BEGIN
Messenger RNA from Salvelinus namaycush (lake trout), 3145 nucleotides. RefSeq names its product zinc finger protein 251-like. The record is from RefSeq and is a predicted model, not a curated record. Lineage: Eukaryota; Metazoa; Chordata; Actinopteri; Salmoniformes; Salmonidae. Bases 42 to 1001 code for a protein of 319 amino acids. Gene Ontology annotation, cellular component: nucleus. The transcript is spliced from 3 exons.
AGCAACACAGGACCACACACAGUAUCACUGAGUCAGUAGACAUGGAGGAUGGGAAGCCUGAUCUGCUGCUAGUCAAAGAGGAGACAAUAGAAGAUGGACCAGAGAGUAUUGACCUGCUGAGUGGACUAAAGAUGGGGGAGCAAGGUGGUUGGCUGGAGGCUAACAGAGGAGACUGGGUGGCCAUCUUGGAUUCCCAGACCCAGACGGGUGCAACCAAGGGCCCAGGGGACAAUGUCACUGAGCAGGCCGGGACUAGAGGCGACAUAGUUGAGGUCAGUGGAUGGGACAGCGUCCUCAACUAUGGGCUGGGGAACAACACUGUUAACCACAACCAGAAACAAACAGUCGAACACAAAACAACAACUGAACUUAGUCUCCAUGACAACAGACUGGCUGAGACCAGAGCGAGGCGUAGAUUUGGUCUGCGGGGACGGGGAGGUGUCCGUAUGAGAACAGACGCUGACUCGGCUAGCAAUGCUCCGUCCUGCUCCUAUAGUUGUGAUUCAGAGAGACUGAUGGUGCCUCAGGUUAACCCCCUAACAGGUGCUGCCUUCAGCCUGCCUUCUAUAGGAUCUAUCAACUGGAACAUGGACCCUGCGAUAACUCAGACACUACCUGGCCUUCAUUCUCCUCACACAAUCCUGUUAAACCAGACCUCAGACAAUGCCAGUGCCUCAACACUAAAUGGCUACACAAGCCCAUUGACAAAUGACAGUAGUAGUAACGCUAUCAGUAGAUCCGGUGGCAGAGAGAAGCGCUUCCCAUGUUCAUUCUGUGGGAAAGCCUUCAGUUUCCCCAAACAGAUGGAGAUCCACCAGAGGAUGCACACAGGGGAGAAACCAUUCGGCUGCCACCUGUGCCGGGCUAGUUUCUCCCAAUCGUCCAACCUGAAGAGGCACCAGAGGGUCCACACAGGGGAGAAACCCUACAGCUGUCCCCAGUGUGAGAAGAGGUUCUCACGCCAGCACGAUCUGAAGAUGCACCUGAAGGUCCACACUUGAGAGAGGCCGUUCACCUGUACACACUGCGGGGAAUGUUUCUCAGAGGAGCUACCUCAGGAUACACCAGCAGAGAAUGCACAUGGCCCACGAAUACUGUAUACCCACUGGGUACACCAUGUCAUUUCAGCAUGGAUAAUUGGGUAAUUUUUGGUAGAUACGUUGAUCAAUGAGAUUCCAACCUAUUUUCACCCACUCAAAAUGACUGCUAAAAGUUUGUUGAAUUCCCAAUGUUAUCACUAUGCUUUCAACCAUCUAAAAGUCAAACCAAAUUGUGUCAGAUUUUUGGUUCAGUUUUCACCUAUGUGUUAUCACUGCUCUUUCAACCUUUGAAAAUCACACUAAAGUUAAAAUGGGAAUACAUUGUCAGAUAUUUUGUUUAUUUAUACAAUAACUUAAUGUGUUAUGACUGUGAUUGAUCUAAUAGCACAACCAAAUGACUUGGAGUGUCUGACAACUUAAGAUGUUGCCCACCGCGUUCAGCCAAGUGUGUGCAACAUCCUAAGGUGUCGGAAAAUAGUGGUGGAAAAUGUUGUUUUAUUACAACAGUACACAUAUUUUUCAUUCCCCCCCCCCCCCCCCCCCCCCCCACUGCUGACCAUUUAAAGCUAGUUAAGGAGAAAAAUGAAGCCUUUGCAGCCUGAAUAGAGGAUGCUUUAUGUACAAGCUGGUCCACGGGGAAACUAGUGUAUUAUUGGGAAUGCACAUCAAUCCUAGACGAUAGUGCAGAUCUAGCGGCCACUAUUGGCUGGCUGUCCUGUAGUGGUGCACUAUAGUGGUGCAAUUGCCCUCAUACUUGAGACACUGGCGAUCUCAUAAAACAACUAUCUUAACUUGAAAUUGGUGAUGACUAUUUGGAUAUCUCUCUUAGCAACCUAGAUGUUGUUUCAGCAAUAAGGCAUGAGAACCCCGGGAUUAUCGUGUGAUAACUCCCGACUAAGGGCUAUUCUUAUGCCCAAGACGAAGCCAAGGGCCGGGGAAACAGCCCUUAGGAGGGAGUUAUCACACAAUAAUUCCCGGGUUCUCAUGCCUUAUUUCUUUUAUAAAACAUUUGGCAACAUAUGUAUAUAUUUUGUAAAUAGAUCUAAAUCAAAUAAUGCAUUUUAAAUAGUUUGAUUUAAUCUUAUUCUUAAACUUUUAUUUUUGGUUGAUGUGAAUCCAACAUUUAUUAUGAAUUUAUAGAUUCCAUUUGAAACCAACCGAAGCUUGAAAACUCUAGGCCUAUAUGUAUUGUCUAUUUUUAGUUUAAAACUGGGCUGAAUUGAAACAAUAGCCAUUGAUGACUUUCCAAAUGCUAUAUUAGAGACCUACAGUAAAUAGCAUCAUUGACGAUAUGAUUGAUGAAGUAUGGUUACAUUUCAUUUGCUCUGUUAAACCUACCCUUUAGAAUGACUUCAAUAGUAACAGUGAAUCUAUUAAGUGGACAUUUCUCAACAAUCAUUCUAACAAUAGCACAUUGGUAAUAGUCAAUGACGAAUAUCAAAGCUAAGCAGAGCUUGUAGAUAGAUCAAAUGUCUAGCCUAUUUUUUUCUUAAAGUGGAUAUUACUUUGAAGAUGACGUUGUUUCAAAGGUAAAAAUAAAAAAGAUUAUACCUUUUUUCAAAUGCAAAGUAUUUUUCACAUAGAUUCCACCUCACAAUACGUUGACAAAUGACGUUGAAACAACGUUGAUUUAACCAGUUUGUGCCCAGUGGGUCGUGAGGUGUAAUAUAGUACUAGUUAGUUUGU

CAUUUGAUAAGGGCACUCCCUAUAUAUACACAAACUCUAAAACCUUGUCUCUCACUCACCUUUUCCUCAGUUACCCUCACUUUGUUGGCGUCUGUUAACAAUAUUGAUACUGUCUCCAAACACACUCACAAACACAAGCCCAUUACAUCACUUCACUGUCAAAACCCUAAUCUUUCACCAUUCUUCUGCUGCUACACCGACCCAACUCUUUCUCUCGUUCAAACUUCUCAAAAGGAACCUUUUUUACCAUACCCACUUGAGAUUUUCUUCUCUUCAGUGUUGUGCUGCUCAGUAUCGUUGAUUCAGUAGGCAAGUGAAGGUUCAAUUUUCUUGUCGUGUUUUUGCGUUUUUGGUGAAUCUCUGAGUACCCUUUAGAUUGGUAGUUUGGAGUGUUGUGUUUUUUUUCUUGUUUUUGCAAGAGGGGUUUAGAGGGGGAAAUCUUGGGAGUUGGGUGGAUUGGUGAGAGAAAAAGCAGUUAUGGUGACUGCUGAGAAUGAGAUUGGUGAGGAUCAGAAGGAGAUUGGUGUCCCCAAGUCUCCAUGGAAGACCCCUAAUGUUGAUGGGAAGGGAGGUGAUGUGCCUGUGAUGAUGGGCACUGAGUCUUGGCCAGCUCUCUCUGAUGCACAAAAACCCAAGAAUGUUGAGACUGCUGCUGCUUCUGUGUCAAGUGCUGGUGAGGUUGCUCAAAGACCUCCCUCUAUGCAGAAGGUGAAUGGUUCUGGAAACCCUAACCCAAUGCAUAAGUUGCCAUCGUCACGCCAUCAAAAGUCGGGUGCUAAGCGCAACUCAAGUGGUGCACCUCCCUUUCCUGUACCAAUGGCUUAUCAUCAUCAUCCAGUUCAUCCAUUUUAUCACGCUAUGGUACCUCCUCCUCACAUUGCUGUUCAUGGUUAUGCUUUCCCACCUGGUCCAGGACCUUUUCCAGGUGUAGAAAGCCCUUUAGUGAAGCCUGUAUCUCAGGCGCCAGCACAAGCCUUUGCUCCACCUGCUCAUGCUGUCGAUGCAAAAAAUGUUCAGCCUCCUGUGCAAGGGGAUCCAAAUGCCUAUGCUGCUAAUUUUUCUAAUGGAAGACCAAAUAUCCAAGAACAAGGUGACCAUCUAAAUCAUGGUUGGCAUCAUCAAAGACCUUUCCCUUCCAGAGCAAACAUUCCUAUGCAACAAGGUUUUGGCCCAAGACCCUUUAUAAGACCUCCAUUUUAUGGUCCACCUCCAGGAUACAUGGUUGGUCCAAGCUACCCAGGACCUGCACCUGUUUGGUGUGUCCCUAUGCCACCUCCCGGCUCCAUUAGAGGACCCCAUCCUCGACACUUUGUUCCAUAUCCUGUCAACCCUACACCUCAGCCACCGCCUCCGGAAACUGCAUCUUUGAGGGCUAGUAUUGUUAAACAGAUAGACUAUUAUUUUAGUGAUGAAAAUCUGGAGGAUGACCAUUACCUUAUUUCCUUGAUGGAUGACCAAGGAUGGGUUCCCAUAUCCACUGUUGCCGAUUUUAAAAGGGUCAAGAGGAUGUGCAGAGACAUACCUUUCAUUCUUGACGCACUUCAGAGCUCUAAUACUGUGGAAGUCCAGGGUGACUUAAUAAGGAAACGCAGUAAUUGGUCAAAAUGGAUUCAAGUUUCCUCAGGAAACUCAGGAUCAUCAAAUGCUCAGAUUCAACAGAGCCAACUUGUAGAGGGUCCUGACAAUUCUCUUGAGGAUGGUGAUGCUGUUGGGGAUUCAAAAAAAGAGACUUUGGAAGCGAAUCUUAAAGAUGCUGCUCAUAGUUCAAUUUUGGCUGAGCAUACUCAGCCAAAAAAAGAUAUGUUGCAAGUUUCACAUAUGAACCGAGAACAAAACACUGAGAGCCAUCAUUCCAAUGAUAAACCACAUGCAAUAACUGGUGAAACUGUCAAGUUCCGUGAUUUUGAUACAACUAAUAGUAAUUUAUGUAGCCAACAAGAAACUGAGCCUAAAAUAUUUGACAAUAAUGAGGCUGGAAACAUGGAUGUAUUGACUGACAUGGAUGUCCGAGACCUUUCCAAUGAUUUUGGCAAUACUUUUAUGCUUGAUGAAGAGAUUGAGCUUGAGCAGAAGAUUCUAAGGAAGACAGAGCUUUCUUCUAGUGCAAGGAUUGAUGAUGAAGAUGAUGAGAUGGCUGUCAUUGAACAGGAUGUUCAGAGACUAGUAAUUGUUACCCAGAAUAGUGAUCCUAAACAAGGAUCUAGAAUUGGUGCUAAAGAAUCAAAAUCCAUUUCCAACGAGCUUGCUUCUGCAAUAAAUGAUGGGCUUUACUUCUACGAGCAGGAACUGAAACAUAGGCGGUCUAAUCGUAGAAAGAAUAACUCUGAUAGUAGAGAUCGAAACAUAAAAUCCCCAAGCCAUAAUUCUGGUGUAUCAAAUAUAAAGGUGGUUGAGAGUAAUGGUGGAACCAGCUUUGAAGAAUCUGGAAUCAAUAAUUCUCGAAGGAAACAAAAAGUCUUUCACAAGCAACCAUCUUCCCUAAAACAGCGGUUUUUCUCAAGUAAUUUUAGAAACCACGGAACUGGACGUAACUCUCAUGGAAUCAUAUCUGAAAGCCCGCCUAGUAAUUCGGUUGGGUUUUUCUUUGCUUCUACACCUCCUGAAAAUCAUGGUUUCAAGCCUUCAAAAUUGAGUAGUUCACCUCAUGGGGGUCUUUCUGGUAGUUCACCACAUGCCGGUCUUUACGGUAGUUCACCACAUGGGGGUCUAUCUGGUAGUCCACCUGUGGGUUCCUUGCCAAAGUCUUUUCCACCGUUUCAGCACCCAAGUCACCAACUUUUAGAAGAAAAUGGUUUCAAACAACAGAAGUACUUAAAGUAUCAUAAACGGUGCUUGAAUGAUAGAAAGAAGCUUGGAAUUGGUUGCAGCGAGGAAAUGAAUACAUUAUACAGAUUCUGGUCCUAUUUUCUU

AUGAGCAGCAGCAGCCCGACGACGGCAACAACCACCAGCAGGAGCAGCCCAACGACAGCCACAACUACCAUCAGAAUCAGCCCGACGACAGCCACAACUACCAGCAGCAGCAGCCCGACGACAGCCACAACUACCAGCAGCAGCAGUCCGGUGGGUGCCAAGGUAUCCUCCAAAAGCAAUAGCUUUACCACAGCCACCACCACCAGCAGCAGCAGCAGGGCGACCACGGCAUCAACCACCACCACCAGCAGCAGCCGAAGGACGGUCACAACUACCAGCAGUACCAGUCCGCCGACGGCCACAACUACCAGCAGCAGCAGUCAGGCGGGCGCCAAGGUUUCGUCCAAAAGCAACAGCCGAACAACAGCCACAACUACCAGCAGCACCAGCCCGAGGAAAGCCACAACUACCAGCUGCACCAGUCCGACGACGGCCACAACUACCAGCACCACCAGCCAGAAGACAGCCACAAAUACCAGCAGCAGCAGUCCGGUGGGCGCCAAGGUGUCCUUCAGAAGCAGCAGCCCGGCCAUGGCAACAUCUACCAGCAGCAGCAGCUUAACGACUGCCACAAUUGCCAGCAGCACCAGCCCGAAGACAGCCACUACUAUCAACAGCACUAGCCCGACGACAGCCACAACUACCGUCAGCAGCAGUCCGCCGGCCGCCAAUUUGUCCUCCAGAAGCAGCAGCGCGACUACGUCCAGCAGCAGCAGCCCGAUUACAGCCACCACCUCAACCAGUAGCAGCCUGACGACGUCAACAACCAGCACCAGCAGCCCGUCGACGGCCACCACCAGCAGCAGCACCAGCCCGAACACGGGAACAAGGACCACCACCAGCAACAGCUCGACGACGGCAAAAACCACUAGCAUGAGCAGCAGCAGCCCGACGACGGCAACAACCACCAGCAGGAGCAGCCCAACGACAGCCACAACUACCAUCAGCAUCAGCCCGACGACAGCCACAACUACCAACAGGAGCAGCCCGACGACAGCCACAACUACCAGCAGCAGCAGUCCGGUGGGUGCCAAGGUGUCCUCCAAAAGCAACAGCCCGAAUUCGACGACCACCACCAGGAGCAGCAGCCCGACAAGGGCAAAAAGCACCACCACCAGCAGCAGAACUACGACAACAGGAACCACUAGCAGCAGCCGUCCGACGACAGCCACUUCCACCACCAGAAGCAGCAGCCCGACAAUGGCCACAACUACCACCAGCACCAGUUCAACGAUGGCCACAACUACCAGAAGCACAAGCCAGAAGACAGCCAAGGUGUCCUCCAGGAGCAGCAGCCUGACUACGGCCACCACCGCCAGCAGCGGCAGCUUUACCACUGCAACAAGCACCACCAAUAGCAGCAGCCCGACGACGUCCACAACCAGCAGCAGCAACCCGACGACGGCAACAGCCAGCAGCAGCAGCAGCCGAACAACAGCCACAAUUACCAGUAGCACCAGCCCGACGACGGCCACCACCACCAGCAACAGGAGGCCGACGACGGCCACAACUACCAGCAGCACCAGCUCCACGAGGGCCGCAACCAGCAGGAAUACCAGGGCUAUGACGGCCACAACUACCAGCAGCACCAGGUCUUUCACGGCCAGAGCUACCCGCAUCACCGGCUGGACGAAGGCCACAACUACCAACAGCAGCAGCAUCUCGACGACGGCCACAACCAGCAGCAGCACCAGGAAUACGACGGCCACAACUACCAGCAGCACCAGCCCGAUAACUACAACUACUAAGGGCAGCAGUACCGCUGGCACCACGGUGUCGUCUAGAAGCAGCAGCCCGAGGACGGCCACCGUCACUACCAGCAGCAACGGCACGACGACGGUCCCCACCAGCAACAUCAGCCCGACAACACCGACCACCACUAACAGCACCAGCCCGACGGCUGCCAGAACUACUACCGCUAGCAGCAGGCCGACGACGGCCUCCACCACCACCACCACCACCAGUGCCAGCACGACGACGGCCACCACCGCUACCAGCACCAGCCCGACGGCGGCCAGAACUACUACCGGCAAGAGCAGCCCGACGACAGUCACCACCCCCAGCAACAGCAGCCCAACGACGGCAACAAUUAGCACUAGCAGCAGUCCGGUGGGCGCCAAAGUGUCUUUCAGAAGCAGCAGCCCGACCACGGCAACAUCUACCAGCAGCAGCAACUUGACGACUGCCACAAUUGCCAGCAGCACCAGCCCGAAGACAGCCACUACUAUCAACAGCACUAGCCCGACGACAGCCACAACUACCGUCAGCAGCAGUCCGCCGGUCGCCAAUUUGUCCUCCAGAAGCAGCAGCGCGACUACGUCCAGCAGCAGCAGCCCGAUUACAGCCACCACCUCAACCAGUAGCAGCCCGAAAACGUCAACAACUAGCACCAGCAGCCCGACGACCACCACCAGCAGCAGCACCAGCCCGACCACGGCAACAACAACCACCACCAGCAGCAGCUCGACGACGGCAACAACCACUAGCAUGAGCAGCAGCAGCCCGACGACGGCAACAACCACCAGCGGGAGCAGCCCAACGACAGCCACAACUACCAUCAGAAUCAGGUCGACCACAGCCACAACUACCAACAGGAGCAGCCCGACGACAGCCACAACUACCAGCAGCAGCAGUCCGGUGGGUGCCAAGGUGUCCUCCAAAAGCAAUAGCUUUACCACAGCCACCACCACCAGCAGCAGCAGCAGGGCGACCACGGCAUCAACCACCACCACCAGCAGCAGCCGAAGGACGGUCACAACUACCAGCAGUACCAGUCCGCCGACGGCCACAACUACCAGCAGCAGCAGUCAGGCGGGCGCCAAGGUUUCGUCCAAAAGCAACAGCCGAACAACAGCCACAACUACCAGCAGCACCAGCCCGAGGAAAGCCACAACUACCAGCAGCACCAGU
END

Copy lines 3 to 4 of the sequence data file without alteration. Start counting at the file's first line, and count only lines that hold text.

CAUUUGAUAAGGGCACUCCCUAUAUAUACACAAACUCUAAAACCUUGUCUCUCACUCACCUUUUCCUCAGUUACCCUCACUUUGUUGGCGUCUGUUAACAAUAUUGAUACUGUCUCCAAACACACUCACAAACACAAGCCCAUUACAUCACUUCACUGUCAAAACCCUAAUCUUUCACCAUUCUUCUGCUGCUACACCGACCCAACUCUUUCUCUCGUUCAAACUUCUCAAAAGGAACCUUUUUUACCAUACCCACUUGAGAUUUUCUUCUCUUCAGUGUUGUGCUGCUCAGUAUCGUUGAUUCAGUAGGCAAGUGAAGGUUCAAUUUUCUUGUCGUGUUUUUGCGUUUUUGGUGAAUCUCUGAGUACCCUUUAGAUUGGUAGUUUGGAGUGUUGUGUUUUUUUUCUUGUUUUUGCAAGAGGGGUUUAGAGGGGGAAAUCUUGGGAGUUGGGUGGAUUGGUGAGAGAAAAAGCAGUUAUGGUGACUGCUGAGAAUGAGAUUGGUGAGGAUCAGAAGGAGAUUGGUGUCCCCAAGUCUCCAUGGAAGACCCCUAAUGUUGAUGGGAAGGGAGGUGAUGUGCCUGUGAUGAUGGGCACUGAGUCUUGGCCAGCUCUCUCUGAUGCACAAAAACCCAAGAAUGUUGAGACUGCUGCUGCUUCUGUGUCAAGUGCUGGUGAGGUUGCUCAAAGACCUCCCUCUAUGCAGAAGGUGAAUGGUUCUGGAAACCCUAACCCAAUGCAUAAGUUGCCAUCGUCACGCCAUCAAAAGUCGGGUGCUAAGCGCAACUCAAGUGGUGCACCUCCCUUUCCUGUACCAAUGGCUUAUCAUCAUCAUCCAGUUCAUCCAUUUUAUCACGCUAUGGUACCUCCUCCUCACAUUGCUGUUCAUGGUUAUGCUUUCCCACCUGGUCCAGGACCUUUUCCAGGUGUAGAAAGCCCUUUAGUGAAGCCUGUAUCUCAGGCGCCAGCACAAGCCUUUGCUCCACCUGCUCAUGCUGUCGAUGCAAAAAAUGUUCAGCCUCCUGUGCAAGGGGAUCCAAAUGCCUAUGCUGCUAAUUUUUCUAAUGGAAGACCAAAUAUCCAAGAACAAGGUGACCAUCUAAAUCAUGGUUGGCAUCAUCAAAGACCUUUCCCUUCCAGAGCAAACAUUCCUAUGCAACAAGGUUUUGGCCCAAGACCCUUUAUAAGACCUCCAUUUUAUGGUCCACCUCCAGGAUACAUGGUUGGUCCAAGCUACCCAGGACCUGCACCUGUUUGGUGUGUCCCUAUGCCACCUCCCGGCUCCAUUAGAGGACCCCAUCCUCGACACUUUGUUCCAUAUCCUGUCAACCCUACACCUCAGCCACCGCCUCCGGAAACUGCAUCUUUGAGGGCUAGUAUUGUUAAACAGAUAGACUAUUAUUUUAGUGAUGAAAAUCUGGAGGAUGACCAUUACCUUAUUUCCUUGAUGGAUGACCAAGGAUGGGUUCCCAUAUCCACUGUUGCCGAUUUUAAAAGGGUCAAGAGGAUGUGCAGAGACAUACCUUUCAUUCUUGACGCACUUCAGAGCUCUAAUACUGUGGAAGUCCAGGGUGACUUAAUAAGGAAACGCAGUAAUUGGUCAAAAUGGAUUCAAGUUUCCUCAGGAAACUCAGGAUCAUCAAAUGCUCAGAUUCAACAGAGCCAACUUGUAGAGGGUCCUGACAAUUCUCUUGAGGAUGGUGAUGCUGUUGGGGAUUCAAAAAAAGAGACUUUGGAAGCGAAUCUUAAAGAUGCUGCUCAUAGUUCAAUUUUGGCUGAGCAUACUCAGCCAAAAAAAGAUAUGUUGCAAGUUUCACAUAUGAACCGAGAACAAAACACUGAGAGCCAUCAUUCCAAUGAUAAACCACAUGCAAUAACUGGUGAAACUGUCAAGUUCCGUGAUUUUGAUACAACUAAUAGUAAUUUAUGUAGCCAACAAGAAACUGAGCCUAAAAUAUUUGACAAUAAUGAGGCUGGAAACAUGGAUGUAUUGACUGACAUGGAUGUCCGAGACCUUUCCAAUGAUUUUGGCAAUACUUUUAUGCUUGAUGAAGAGAUUGAGCUUGAGCAGAAGAUUCUAAGGAAGACAGAGCUUUCUUCUAGUGCAAGGAUUGAUGAUGAAGAUGAUGAGAUGGCUGUCAUUGAACAGGAUGUUCAGAGACUAGUAAUUGUUACCCAGAAUAGUGAUCCUAAACAAGGAUCUAGAAUUGGUGCUAAAGAAUCAAAAUCCAUUUCCAACGAGCUUGCUUCUGCAAUAAAUGAUGGGCUUUACUUCUACGAGCAGGAACUGAAACAUAGGCGGUCUAAUCGUAGAAAGAAUAACUCUGAUAGUAGAGAUCGAAACAUAAAAUCCCCAAGCCAUAAUUCUGGUGUAUCAAAUAUAAAGGUGGUUGAGAGUAAUGGUGGAACCAGCUUUGAAGAAUCUGGAAUCAAUAAUUCUCGAAGGAAACAAAAAGUCUUUCACAAGCAACCAUCUUCCCUAAAACAGCGGUUUUUCUCAAGUAAUUUUAGAAACCACGGAACUGGACGUAACUCUCAUGGAAUCAUAUCUGAAAGCCCGCCUAGUAAUUCGGUUGGGUUUUUCUUUGCUUCUACACCUCCUGAAAAUCAUGGUUUCAAGCCUUCAAAAUUGAGUAGUUCACCUCAUGGGGGUCUUUCUGGUAGUUCACCACAUGCCGGUCUUUACGGUAGUUCACCACAUGGGGGUCUAUCUGGUAGUCCACCUGUGGGUUCCUUGCCAAAGUCUUUUCCACCGUUUCAGCACCCAAGUCACCAACUUUUAGAAGAAAAUGGUUUCAAACAACAGAAGUACUUAAAGUAUCAUAAACGGUGCUUGAAUGAUAGAAAGAAGCUUGGAAUUGGUUGCAGCGAGGAAAUGAAUACAUUAUACAGAUUCUGGUCCUAUUUUCUU

AUGAGCAGCAGCAGCCCGACGACGGCAACAACCACCAGCAGGAGCAGCCCAACGACAGCCACAACUACCAUCAGAAUCAGCCCGACGACAGCCACAACUACCAGCAGCAGCAGCCCGACGACAGCCACAACUACCAGCAGCAGCAGUCCGGUGGGUGCCAAGGUAUCCUCCAAAAGCAAUAGCUUUACCACAGCCACCACCACCAGCAGCAGCAGCAGGGCGACCACGGCAUCAACCACCACCACCAGCAGCAGCCGAAGGACGGUCACAACUACCAGCAGUACCAGUCCGCCGACGGCCACAACUACCAGCAGCAGCAGUCAGGCGGGCGCCAAGGUUUCGUCCAAAAGCAACAGCCGAACAACAGCCACAACUACCAGCAGCACCAGCCCGAGGAAAGCCACAACUACCAGCUGCACCAGUCCGACGACGGCCACAACUACCAGCACCACCAGCCAGAAGACAGCCACAAAUACCAGCAGCAGCAGUCCGGUGGGCGCCAAGGUGUCCUUCAGAAGCAGCAGCCCGGCCAUGGCAACAUCUACCAGCAGCAGCAGCUUAACGACUGCCACAAUUGCCAGCAGCACCAGCCCGAAGACAGCCACUACUAUCAACAGCACUAGCCCGACGACAGCCACAACUACCGUCAGCAGCAGUCCGCCGGCCGCCAAUUUGUCCUCCAGAAGCAGCAGCGCGACUACGUCCAGCAGCAGCAGCCCGAUUACAGCCACCACCUCAACCAGUAGCAGCCUGACGACGUCAACAACCAGCACCAGCAGCCCGUCGACGGCCACCACCAGCAGCAGCACCAGCCCGAACACGGGAACAAGGACCACCACCAGCAACAGCUCGACGACGGCAAAAACCACUAGCAUGAGCAGCAGCAGCCCGACGACGGCAACAACCACCAGCAGGAGCAGCCCAACGACAGCCACAACUACCAUCAGCAUCAGCCCGACGACAGCCACAACUACCAACAGGAGCAGCCCGACGACAGCCACAACUACCAGCAGCAGCAGUCCGGUGGGUGCCAAGGUGUCCUCCAAAAGCAACAGCCCGAAUUCGACGACCACCACCAGGAGCAGCAGCCCGACAAGGGCAAAAAGCACCACCACCAGCAGCAGAACUACGACAACAGGAACCACUAGCAGCAGCCGUCCGACGACAGCCACUUCCACCACCAGAAGCAGCAGCCCGACAAUGGCCACAACUACCACCAGCACCAGUUCAACGAUGGCCACAACUACCAGAAGCACAAGCCAGAAGACAGCCAAGGUGUCCUCCAGGAGCAGCAGCCUGACUACGGCCACCACCGCCAGCAGCGGCAGCUUUACCACUGCAACAAGCACCACCAAUAGCAGCAGCCCGACGACGUCCACAACCAGCAGCAGCAACCCGACGACGGCAACAGCCAGCAGCAGCAGCAGCCGAACAACAGCCACAAUUACCAGUAGCACCAGCCCGACGACGGCCACCACCACCAGCAACAGGAGGCCGACGACGGCCACAACUACCAGCAGCACCAGCUCCACGAGGGCCGCAACCAGCAGGAAUACCAGGGCUAUGACGGCCACAACUACCAGCAGCACCAGGUCUUUCACGGCCAGAGCUACCCGCAUCACCGGCUGGACGAAGGCCACAACUACCAACAGCAGCAGCAUCUCGACGACGGCCACAACCAGCAGCAGCACCAGGAAUACGACGGCCACAACUACCAGCAGCACCAGCCCGAUAACUACAACUACUAAGGGCAGCAGUACCGCUGGCACCACGGUGUCGUCUAGAAGCAGCAGCCCGAGGACGGCCACCGUCACUACCAGCAGCAACGGCACGACGACGGUCCCCACCAGCAACAUCAGCCCGACAACACCGACCACCACUAACAGCACCAGCCCGACGGCUGCCAGAACUACUACCGCUAGCAGCAGGCCGACGACGGCCUCCACCACCACCACCACCACCAGUGCCAGCACGACGACGGCCACCACCGCUACCAGCACCAGCCCGACGGCGGCCAGAACUACUACCGGCAAGAGCAGCCCGACGACAGUCACCACCCCCAGCAACAGCAGCCCAACGACGGCAACAAUUAGCACUAGCAGCAGUCCGGUGGGCGCCAAAGUGUCUUUCAGAAGCAGCAGCCCGACCACGGCAACAUCUACCAGCAGCAGCAACUUGACGACUGCCACAAUUGCCAGCAGCACCAGCCCGAAGACAGCCACUACUAUCAACAGCACUAGCCCGACGACAGCCACAACUACCGUCAGCAGCAGUCCGCCGGUCGCCAAUUUGUCCUCCAGAAGCAGCAGCGCGACUACGUCCAGCAGCAGCAGCCCGAUUACAGCCACCACCUCAACCAGUAGCAGCCCGAAAACGUCAACAACUAGCACCAGCAGCCCGACGACCACCACCAGCAGCAGCACCAGCCCGACCACGGCAACAACAACCACCACCAGCAGCAGCUCGACGACGGCAACAACCACUAGCAUGAGCAGCAGCAGCCCGACGACGGCAACAACCACCAGCGGGAGCAGCCCAACGACAGCCACAACUACCAUCAGAAUCAGGUCGACCACAGCCACAACUACCAACAGGAGCAGCCCGACGACAGCCACAACUACCAGCAGCAGCAGUCCGGUGGGUGCCAAGGUGUCCUCCAAAAGCAAUAGCUUUACCACAGCCACCACCACCAGCAGCAGCAGCAGGGCGACCACGGCAUCAACCACCACCACCAGCAGCAGCCGAAGGACGGUCACAACUACCAGCAGUACCAGUCCGCCGACGGCCACAACUACCAGCAGCAGCAGUCAGGCGGGCGCCAAGGUUUCGUCCAAAAGCAACAGCCGAACAACAGCCACAACUACCAGCAGCACCAGCCCGAGGAAAGCCACAACUACCAGCAGCACCAGU